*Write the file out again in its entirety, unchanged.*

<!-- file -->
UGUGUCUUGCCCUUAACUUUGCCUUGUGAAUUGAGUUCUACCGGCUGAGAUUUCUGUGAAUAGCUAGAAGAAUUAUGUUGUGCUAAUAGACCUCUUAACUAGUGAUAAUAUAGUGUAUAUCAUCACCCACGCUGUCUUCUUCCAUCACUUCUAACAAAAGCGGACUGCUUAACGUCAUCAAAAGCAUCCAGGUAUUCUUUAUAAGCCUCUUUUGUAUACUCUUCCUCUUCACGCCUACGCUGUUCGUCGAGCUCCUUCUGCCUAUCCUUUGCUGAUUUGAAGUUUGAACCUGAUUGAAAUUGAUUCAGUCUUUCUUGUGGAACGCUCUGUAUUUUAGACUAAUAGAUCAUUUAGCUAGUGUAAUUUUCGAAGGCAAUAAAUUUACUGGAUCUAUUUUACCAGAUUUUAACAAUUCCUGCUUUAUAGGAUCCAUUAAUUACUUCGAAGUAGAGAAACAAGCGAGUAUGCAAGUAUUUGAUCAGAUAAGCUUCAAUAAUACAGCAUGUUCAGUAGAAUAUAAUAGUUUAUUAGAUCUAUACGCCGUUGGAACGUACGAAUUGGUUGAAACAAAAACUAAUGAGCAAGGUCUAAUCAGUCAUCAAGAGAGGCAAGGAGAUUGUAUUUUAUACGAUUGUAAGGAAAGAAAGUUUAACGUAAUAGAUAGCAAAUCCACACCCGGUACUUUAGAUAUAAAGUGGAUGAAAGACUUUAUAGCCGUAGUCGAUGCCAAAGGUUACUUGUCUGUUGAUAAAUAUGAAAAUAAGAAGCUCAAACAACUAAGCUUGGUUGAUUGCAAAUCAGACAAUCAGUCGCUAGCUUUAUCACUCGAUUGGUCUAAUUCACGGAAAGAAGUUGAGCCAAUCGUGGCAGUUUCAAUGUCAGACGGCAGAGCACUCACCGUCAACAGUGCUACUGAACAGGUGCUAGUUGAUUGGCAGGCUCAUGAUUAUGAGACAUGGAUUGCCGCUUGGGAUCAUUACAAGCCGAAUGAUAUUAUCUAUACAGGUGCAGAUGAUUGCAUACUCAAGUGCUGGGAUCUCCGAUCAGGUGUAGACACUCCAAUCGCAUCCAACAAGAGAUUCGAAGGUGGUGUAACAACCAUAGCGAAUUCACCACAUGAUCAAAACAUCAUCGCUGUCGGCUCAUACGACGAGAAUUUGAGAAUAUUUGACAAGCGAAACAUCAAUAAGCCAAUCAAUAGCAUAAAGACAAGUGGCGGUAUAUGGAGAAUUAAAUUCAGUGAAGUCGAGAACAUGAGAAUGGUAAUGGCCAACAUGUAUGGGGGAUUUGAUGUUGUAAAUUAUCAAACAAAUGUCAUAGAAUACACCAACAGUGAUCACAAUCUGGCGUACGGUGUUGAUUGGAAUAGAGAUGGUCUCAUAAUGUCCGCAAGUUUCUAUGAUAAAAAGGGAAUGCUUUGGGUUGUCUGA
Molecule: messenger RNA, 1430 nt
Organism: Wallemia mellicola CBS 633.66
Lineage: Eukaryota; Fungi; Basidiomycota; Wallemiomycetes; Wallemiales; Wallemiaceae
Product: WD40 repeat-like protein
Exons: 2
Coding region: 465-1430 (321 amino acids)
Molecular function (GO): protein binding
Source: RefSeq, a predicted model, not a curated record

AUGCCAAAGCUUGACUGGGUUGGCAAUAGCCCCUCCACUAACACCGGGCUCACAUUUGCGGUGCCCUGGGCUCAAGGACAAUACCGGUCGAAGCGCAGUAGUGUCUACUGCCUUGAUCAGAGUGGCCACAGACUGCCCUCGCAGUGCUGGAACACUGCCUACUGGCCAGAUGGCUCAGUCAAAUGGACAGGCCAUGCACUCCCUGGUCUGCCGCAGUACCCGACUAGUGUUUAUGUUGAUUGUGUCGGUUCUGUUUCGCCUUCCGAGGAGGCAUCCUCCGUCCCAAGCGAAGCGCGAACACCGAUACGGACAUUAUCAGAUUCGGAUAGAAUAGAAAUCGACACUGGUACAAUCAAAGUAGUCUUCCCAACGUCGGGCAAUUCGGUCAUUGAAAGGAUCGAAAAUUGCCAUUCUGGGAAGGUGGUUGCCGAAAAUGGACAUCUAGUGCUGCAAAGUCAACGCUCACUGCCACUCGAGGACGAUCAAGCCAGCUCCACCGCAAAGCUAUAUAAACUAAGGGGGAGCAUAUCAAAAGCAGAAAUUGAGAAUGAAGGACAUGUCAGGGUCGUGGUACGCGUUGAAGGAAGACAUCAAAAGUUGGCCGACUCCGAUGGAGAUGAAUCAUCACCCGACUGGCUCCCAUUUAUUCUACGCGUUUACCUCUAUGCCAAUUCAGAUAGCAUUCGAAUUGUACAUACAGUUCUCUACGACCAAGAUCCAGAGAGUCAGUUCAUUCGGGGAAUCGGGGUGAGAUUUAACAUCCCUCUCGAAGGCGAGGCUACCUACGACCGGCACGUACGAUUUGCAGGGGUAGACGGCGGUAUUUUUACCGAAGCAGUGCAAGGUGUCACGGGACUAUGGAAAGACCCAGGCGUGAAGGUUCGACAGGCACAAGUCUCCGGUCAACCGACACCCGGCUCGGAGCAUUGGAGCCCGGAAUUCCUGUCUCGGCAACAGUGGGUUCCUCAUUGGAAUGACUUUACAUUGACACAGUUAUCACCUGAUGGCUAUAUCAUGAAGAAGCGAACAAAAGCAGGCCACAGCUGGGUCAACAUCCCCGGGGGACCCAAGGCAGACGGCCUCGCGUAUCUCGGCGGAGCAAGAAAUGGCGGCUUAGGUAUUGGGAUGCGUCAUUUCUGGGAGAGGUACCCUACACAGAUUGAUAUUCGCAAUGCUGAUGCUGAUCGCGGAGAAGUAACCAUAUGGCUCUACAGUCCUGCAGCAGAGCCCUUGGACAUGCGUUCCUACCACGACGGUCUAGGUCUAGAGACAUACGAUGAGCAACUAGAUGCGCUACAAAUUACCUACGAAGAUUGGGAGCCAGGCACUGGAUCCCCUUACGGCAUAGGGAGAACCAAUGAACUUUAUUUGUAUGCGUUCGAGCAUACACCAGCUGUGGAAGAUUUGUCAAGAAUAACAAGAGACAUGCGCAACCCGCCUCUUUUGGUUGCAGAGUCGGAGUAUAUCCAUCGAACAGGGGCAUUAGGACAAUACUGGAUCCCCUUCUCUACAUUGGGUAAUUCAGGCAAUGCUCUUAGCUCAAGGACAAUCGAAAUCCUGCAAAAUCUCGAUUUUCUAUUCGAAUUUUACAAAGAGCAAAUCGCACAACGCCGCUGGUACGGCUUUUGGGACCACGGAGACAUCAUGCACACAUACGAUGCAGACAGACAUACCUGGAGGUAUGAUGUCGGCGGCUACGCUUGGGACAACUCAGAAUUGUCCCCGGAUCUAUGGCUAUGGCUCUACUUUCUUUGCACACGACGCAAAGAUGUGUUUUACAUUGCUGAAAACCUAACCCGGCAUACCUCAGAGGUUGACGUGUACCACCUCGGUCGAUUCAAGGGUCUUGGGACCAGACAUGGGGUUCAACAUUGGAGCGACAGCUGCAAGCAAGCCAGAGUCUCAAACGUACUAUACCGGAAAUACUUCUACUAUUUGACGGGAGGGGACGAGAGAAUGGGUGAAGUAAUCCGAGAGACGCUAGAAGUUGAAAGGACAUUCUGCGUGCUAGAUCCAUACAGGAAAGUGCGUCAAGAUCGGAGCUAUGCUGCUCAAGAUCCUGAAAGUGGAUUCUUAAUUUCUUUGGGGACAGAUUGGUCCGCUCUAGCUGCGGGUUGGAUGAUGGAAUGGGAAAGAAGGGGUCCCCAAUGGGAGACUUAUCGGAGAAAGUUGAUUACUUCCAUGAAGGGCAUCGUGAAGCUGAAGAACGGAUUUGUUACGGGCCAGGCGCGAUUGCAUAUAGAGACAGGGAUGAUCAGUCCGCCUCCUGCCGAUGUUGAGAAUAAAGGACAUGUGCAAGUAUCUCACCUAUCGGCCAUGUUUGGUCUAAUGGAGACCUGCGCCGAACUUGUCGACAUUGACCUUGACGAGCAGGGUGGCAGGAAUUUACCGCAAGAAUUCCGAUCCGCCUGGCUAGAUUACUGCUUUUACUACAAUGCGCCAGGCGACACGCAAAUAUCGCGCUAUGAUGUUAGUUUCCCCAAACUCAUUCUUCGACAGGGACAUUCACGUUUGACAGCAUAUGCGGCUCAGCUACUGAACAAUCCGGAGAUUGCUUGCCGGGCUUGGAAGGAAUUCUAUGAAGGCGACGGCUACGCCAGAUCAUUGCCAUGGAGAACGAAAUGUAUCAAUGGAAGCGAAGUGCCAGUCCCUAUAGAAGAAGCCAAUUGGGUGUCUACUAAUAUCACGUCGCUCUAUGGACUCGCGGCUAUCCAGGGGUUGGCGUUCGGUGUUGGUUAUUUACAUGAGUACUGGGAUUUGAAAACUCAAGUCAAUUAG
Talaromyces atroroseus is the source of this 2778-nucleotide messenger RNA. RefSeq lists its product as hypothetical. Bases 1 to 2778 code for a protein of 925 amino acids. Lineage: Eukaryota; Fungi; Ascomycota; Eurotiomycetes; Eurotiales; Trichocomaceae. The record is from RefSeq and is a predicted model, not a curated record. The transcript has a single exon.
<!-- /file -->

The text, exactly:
UGUGUCUUGCCCUUAACUUUGCCUUGUGAAUUGAGUUCUACCGGCUGAGAUUUCUGUGAAUAGCUAGAAGAAUUAUGUUGUGCUAAUAGACCUCUUAACUAGUGAUAAUAUAGUGUAUAUCAUCACCCACGCUGUCUUCUUCCAUCACUUCUAACAAAAGCGGACUGCUUAACGUCAUCAAAAGCAUCCAGGUAUUCUUUAUAAGCCUCUUUUGUAUACUCUUCCUCUUCACGCCUACGCUGUUCGUCGAGCUCCUUCUGCCUAUCCUUUGCUGAUUUGAAGUUUGAACCUGAUUGAAAUUGAUUCAGUCUUUCUUGUGGAACGCUCUGUAUUUUAGACUAAUAGAUCAUUUAGCUAGUGUAAUUUUCGAAGGCAAUAAAUUUACUGGAUCUAUUUUACCAGAUUUUAACAAUUCCUGCUUUAUAGGAUCCAUUAAUUACUUCGAAGUAGAGAAACAAGCGAGUAUGCAAGUAUUUGAUCAGAUAAGCUUCAAUAAUACAGCAUGUUCAGUAGAAUAUAAUAGUUUAUUAGAUCUAUACGCCGUUGGAACGUACGAAUUGGUUGAAACAAAAACUAAUGAGCAAGGUCUAAUCAGUCAUCAAGAGAGGCAAGGAGAUUGUAUUUUAUACGAUUGUAAGGAAAGAAAGUUUAACGUAAUAGAUAGCAAAUCCACACCCGGUACUUUAGAUAUAAAGUGGAUGAAAGACUUUAUAGCCGUAGUCGAUGCCAAAGGUUACUUGUCUGUUGAUAAAUAUGAAAAUAAGAAGCUCAAACAACUAAGCUUGGUUGAUUGCAAAUCAGACAAUCAGUCGCUAGCUUUAUCACUCGAUUGGUCUAAUUCACGGAAAGAAGUUGAGCCAAUCGUGGCAGUUUCAAUGUCAGACGGCAGAGCACUCACCGUCAACAGUGCUACUGAACAGGUGCUAGUUGAUUGGCAGGCUCAUGAUUAUGAGACAUGGAUUGCCGCUUGGGAUCAUUACAAGCCGAAUGAUAUUAUCUAUACAGGUGCAGAUGAUUGCAUACUCAAGUGCUGGGAUCUCCGAUCAGGUGUAGACACUCCAAUCGCAUCCAACAAGAGAUUCGAAGGUGGUGUAACAACCAUAGCGAAUUCACCACAUGAUCAAAACAUCAUCGCUGUCGGCUCAUACGACGAGAAUUUGAGAAUAUUUGACAAGCGAAACAUCAAUAAGCCAAUCAAUAGCAUAAAGACAAGUGGCGGUAUAUGGAGAAUUAAAUUCAGUGAAGUCGAGAACAUGAGAAUGGUAAUGGCCAACAUGUAUGGGGGAUUUGAUGUUGUAAAUUAUCAAACAAAUGUCAUAGAAUACACCAACAGUGAUCACAAUCUGGCGUACGGUGUUGAUUGGAAUAGAGAUGGUCUCAUAAUGUCCGCAAGUUUCUAUGAUAAAAAGGGAAUGCUUUGGGUUGUCUGA
Molecule: messenger RNA, 1430 nt
Organism: Wallemia mellicola CBS 633.66
Lineage: Eukaryota; Fungi; Basidiomycota; Wallemiomycetes; Wallemiales; Wallemiaceae
Product: WD40 repeat-like protein
Exons: 2
Coding region: 465-1430 (321 amino acids)
Molecular function (GO): protein binding
Source: RefSeq, a predicted model, not a curated record

AUGCCAAAGCUUGACUGGGUUGGCAAUAGCCCCUCCACUAACACCGGGCUCACAUUUGCGGUGCCCUGGGCUCAAGGACAAUACCGGUCGAAGCGCAGUAGUGUCUACUGCCUUGAUCAGAGUGGCCACAGACUGCCCUCGCAGUGCUGGAACACUGCCUACUGGCCAGAUGGCUCAGUCAAAUGGACAGGCCAUGCACUCCCUGGUCUGCCGCAGUACCCGACUAGUGUUUAUGUUGAUUGUGUCGGUUCUGUUUCGCCUUCCGAGGAGGCAUCCUCCGUCCCAAGCGAAGCGCGAACACCGAUACGGACAUUAUCAGAUUCGGAUAGAAUAGAAAUCGACACUGGUACAAUCAAAGUAGUCUUCCCAACGUCGGGCAAUUCGGUCAUUGAAAGGAUCGAAAAUUGCCAUUCUGGGAAGGUGGUUGCCGAAAAUGGACAUCUAGUGCUGCAAAGUCAACGCUCACUGCCACUCGAGGACGAUCAAGCCAGCUCCACCGCAAAGCUAUAUAAACUAAGGGGGAGCAUAUCAAAAGCAGAAAUUGAGAAUGAAGGACAUGUCAGGGUCGUGGUACGCGUUGAAGGAAGACAUCAAAAGUUGGCCGACUCCGAUGGAGAUGAAUCAUCACCCGACUGGCUCCCAUUUAUUCUACGCGUUUACCUCUAUGCCAAUUCAGAUAGCAUUCGAAUUGUACAUACAGUUCUCUACGACCAAGAUCCAGAGAGUCAGUUCAUUCGGGGAAUCGGGGUGAGAUUUAACAUCCCUCUCGAAGGCGAGGCUACCUACGACCGGCACGUACGAUUUGCAGGGGUAGACGGCGGUAUUUUUACCGAAGCAGUGCAAGGUGUCACGGGACUAUGGAAAGACCCAGGCGUGAAGGUUCGACAGGCACAAGUCUCCGGUCAACCGACACCCGGCUCGGAGCAUUGGAGCCCGGAAUUCCUGUCUCGGCAACAGUGGGUUCCUCAUUGGAAUGACUUUACAUUGACACAGUUAUCACCUGAUGGCUAUAUCAUGAAGAAGCGAACAAAAGCAGGCCACAGCUGGGUCAACAUCCCCGGGGGACCCAAGGCAGACGGCCUCGCGUAUCUCGGCGGAGCAAGAAAUGGCGGCUUAGGUAUUGGGAUGCGUCAUUUCUGGGAGAGGUACCCUACACAGAUUGAUAUUCGCAAUGCUGAUGCUGAUCGCGGAGAAGUAACCAUAUGGCUCUACAGUCCUGCAGCAGAGCCCUUGGACAUGCGUUCCUACCACGACGGUCUAGGUCUAGAGACAUACGAUGAGCAACUAGAUGCGCUACAAAUUACCUACGAAGAUUGGGAGCCAGGCACUGGAUCCCCUUACGGCAUAGGGAGAACCAAUGAACUUUAUUUGUAUGCGUUCGAGCAUACACCAGCUGUGGAAGAUUUGUCAAGAAUAACAAGAGACAUGCGCAACCCGCCUCUUUUGGUUGCAGAGUCGGAGUAUAUCCAUCGAACAGGGGCAUUAGGACAAUACUGGAUCCCCUUCUCUACAUUGGGUAAUUCAGGCAAUGCUCUUAGCUCAAGGACAAUCGAAAUCCUGCAAAAUCUCGAUUUUCUAUUCGAAUUUUACAAAGAGCAAAUCGCACAACGCCGCUGGUACGGCUUUUGGGACCACGGAGACAUCAUGCACACAUACGAUGCAGACAGACAUACCUGGAGGUAUGAUGUCGGCGGCUACGCUUGGGACAACUCAGAAUUGUCCCCGGAUCUAUGGCUAUGGCUCUACUUUCUUUGCACACGACGCAAAGAUGUGUUUUACAUUGCUGAAAACCUAACCCGGCAUACCUCAGAGGUUGACGUGUACCACCUCGGUCGAUUCAAGGGUCUUGGGACCAGACAUGGGGUUCAACAUUGGAGCGACAGCUGCAAGCAAGCCAGAGUCUCAAACGUACUAUACCGGAAAUACUUCUACUAUUUGACGGGAGGGGACGAGAGAAUGGGUGAAGUAAUCCGAGAGACGCUAGAAGUUGAAAGGACAUUCUGCGUGCUAGAUCCAUACAGGAAAGUGCGUCAAGAUCGGAGCUAUGCUGCUCAAGAUCCUGAAAGUGGAUUCUUAAUUUCUUUGGGGACAGAUUGGUCCGCUCUAGCUGCGGGUUGGAUGAUGGAAUGGGAAAGAAGGGGUCCCCAAUGGGAGACUUAUCGGAGAAAGUUGAUUACUUCCAUGAAGGGCAUCGUGAAGCUGAAGAACGGAUUUGUUACGGGCCAGGCGCGAUUGCAUAUAGAGACAGGGAUGAUCAGUCCGCCUCCUGCCGAUGUUGAGAAUAAAGGACAUGUGCAAGUAUCUCACCUAUCGGCCAUGUUUGGUCUAAUGGAGACCUGCGCCGAACUUGUCGACAUUGACCUUGACGAGCAGGGUGGCAGGAAUUUACCGCAAGAAUUCCGAUCCGCCUGGCUAGAUUACUGCUUUUACUACAAUGCGCCAGGCGACACGCAAAUAUCGCGCUAUGAUGUUAGUUUCCCCAAACUCAUUCUUCGACAGGGACAUUCACGUUUGACAGCAUAUGCGGCUCAGCUACUGAACAAUCCGGAGAUUGCUUGCCGGGCUUGGAAGGAAUUCUAUGAAGGCGACGGCUACGCCAGAUCAUUGCCAUGGAGAACGAAAUGUAUCAAUGGAAGCGAAGUGCCAGUCCCUAUAGAAGAAGCCAAUUGGGUGUCUACUAAUAUCACGUCGCUCUAUGGACUCGCGGCUAUCCAGGGGUUGGCGUUCGGUGUUGGUUAUUUACAUGAGUACUGGGAUUUGAAAACUCAAGUCAAUUAG
Talaromyces atroroseus is the source of this 2778-nucleotide messenger RNA. RefSeq lists its product as hypothetical. Bases 1 to 2778 code for a protein of 925 amino acids. Lineage: Eukaryota; Fungi; Ascomycota; Eurotiomycetes; Eurotiales; Trichocomaceae. The record is from RefSeq and is a predicted model, not a curated record. The transcript has a single exon.